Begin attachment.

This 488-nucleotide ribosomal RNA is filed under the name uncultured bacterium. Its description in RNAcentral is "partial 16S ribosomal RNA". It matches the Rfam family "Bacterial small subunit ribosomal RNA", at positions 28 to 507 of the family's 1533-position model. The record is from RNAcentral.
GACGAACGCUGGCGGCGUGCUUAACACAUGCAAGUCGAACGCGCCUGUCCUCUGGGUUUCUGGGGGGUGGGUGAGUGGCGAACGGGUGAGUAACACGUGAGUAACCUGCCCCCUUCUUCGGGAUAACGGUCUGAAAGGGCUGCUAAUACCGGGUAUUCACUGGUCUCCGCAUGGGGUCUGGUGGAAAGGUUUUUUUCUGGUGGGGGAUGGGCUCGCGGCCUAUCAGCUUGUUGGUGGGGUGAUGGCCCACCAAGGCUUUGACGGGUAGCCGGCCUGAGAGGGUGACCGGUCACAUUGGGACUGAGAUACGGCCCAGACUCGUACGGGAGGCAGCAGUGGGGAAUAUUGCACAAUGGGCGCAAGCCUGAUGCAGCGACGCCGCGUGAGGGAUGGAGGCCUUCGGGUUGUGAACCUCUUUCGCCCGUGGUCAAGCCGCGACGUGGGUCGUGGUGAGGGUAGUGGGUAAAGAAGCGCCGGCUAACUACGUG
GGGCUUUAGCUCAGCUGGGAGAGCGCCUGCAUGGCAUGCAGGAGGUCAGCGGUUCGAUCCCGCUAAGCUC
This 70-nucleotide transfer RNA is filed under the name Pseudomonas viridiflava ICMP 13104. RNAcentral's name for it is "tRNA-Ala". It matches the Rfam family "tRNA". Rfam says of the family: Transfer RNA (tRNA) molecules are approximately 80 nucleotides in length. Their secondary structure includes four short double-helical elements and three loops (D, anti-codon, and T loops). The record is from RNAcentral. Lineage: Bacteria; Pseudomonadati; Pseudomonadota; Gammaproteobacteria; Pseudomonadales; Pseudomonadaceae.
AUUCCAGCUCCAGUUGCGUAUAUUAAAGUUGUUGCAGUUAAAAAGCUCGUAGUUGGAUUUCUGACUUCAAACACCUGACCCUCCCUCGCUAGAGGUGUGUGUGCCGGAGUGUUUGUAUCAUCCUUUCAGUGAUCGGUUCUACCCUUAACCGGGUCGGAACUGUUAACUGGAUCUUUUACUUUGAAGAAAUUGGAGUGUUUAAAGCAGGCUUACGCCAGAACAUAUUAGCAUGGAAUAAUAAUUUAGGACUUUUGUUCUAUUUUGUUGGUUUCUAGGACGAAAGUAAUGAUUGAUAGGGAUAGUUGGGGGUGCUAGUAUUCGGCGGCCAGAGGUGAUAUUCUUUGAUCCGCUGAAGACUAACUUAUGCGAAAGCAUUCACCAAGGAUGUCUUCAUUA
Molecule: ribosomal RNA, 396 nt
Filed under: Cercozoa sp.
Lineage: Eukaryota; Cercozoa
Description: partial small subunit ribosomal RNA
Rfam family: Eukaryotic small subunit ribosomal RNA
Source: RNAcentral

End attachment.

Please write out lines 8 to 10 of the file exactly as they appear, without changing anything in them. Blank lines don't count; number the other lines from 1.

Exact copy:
Lineage: Eukaryota; Cercozoa
Description: partial small subunit ribosomal RNA
Rfam family: Eukaryotic small subunit ribosomal RNA